West Bengal sees highest coastal erosion since 1990

A national survey of India’s coastline from 1990 to 2016 shows West Bengal saw the biggest coastal erosion followed by Puducherry, Kerala & Tamil Nadu

By Shreeshan Venkatesh
Published: Tuesday 14 August 2018
Survey on India's coastline
Photo for representation only. Credit:Nicolas Raymond/Flickr Photo for representation only. Credit:Nicolas Raymond/Flickr

Between 1990 and 2016, 33 per cent of India’s coastline underwent erosion and in the same duration, about 29 per cent of the coastline expanded, shows a recent technical report by the National Centre for Coastal Research (NCCR) under the Ministry of Earth Sciences.

In the last 26 years, India’s coastline has undergone major changes, said the report which was prepared to determine long-term changes in the shoreline. Using observations from five satellites, the survey covered about 6,632 km of the 7,517 km long coast line, across nine coastal states and two union territories, excluding the Andaman and Nicobar Islands.

Shoreline observations were recorded for 1990, 2000, 2006, 2008, 2012, 2013, 2014, 2015 and 2016. The survey showed that while 2,533 km, or 38 per cent of the country’s shoreline, remained stable; 2,156 km had eroded and the remaining 1,941 km expanded over 26 years.

Land loss/land gain distribution along Indian coast

A state-wise analysis shows that the maximum proportion of eroded coastline was in West Bengal where up to 63 per cent of the 534 km long coastline was eroded. West Bengal is followed by Puducherry (57 per cent), Kerala (45 per cent) and Tamil Nadu (41 per cent).

Apart from Kerala, the west coast is relatively stable compared to the east. While 48 per cent of the coastline is stable in the west coast, only 28 per cent of the east coast has been deemed stable. A staggering 11 per cent is classified as susceptible to high levels of erosion of more than 5 m per year while another 5 per cent of the coast line is undergoing erosion between 3 and 5 metres every year.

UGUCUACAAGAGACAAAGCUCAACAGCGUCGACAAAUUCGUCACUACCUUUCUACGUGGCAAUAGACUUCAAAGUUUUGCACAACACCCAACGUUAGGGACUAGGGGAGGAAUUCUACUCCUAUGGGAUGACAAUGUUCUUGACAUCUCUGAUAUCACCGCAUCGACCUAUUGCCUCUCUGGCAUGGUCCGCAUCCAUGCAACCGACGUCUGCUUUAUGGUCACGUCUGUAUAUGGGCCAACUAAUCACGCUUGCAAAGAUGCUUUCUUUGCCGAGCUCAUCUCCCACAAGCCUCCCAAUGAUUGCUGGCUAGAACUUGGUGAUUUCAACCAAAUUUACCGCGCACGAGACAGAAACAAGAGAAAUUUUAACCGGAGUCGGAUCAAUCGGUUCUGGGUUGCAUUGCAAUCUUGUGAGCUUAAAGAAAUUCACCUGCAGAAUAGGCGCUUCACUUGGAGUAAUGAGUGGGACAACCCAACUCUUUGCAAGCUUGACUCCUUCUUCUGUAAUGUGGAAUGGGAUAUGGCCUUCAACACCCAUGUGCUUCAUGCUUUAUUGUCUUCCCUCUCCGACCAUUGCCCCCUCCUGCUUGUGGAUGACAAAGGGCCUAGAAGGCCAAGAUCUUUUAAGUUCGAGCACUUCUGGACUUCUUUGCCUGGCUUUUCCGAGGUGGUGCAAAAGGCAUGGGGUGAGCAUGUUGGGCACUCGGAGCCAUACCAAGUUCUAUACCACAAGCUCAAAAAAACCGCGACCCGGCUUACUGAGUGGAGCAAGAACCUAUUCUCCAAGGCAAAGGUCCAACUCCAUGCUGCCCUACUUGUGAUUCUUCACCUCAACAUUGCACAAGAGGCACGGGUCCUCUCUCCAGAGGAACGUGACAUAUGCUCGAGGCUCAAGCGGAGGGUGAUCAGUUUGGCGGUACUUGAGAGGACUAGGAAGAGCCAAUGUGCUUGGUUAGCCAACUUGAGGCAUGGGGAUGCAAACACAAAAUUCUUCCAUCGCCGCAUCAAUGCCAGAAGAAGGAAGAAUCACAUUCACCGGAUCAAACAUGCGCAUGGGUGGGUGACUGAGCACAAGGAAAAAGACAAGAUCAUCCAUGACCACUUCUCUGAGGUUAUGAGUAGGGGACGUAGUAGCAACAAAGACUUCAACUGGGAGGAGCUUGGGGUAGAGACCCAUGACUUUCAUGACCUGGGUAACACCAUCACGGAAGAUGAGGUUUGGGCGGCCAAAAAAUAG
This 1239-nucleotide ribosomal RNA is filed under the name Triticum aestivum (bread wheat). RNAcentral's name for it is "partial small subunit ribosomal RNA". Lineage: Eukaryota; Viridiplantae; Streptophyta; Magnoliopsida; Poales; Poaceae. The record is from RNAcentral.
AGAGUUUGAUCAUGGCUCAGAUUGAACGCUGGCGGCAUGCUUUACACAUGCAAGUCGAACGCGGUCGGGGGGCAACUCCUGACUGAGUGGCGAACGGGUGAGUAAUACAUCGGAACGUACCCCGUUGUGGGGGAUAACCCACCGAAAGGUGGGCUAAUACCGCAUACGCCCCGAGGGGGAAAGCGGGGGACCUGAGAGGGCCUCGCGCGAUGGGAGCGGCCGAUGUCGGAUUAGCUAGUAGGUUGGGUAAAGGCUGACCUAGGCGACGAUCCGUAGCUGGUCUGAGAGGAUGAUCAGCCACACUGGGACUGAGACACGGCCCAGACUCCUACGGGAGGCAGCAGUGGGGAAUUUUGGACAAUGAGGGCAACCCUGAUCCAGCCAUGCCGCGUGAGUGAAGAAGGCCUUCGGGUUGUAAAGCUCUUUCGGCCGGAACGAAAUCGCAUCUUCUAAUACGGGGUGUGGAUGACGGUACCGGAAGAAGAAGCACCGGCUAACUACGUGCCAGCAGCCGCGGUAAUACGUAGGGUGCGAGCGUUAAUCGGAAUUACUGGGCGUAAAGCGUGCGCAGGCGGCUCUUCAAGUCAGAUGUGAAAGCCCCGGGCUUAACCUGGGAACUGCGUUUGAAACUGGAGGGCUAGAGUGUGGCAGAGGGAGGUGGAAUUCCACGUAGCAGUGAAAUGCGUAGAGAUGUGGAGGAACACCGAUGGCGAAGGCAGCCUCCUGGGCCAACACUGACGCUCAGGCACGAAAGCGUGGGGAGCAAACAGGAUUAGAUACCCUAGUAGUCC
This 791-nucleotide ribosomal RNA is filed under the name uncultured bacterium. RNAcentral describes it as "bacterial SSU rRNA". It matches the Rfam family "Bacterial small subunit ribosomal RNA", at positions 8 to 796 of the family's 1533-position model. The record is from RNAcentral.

As if to compliment the high levels of erosion, the levels of accretion or growth in the east coast is also much higher that the levels in the west coast. While Odisha has seen an expansion ion about 282 km or 51 per cent of its coast line, accretion in about 434 km or 42 km of Andhra Pradesh’s coast line has also been noted. About 8 per cent of the coast is undergoing accretion at rates higher than 5 per cent per year.

While erosion describes the negative changes in coastline, accretion refers to an expansion of coastal area through an increase in width or length of the coast line. Although accretion is not considered inherently destructive like erosion, it can have negative consequences in deltaic ecosystems by reducing the flow of water inlands.

Unfortunately, in both Odisha and Andhra Pradesh where rates of accretion are the highest, deltas are the chief geomorphic features and changes in coastlines could affect these regions adversely.

Coastlines are not static and undergo long term and gradual changes. The survey also briefly highlights natural causes of changes such as wave action, wind action, storms, tidal action and sea level as well as anthropogenic causes such as construction, mining and dredging of coastal areas.

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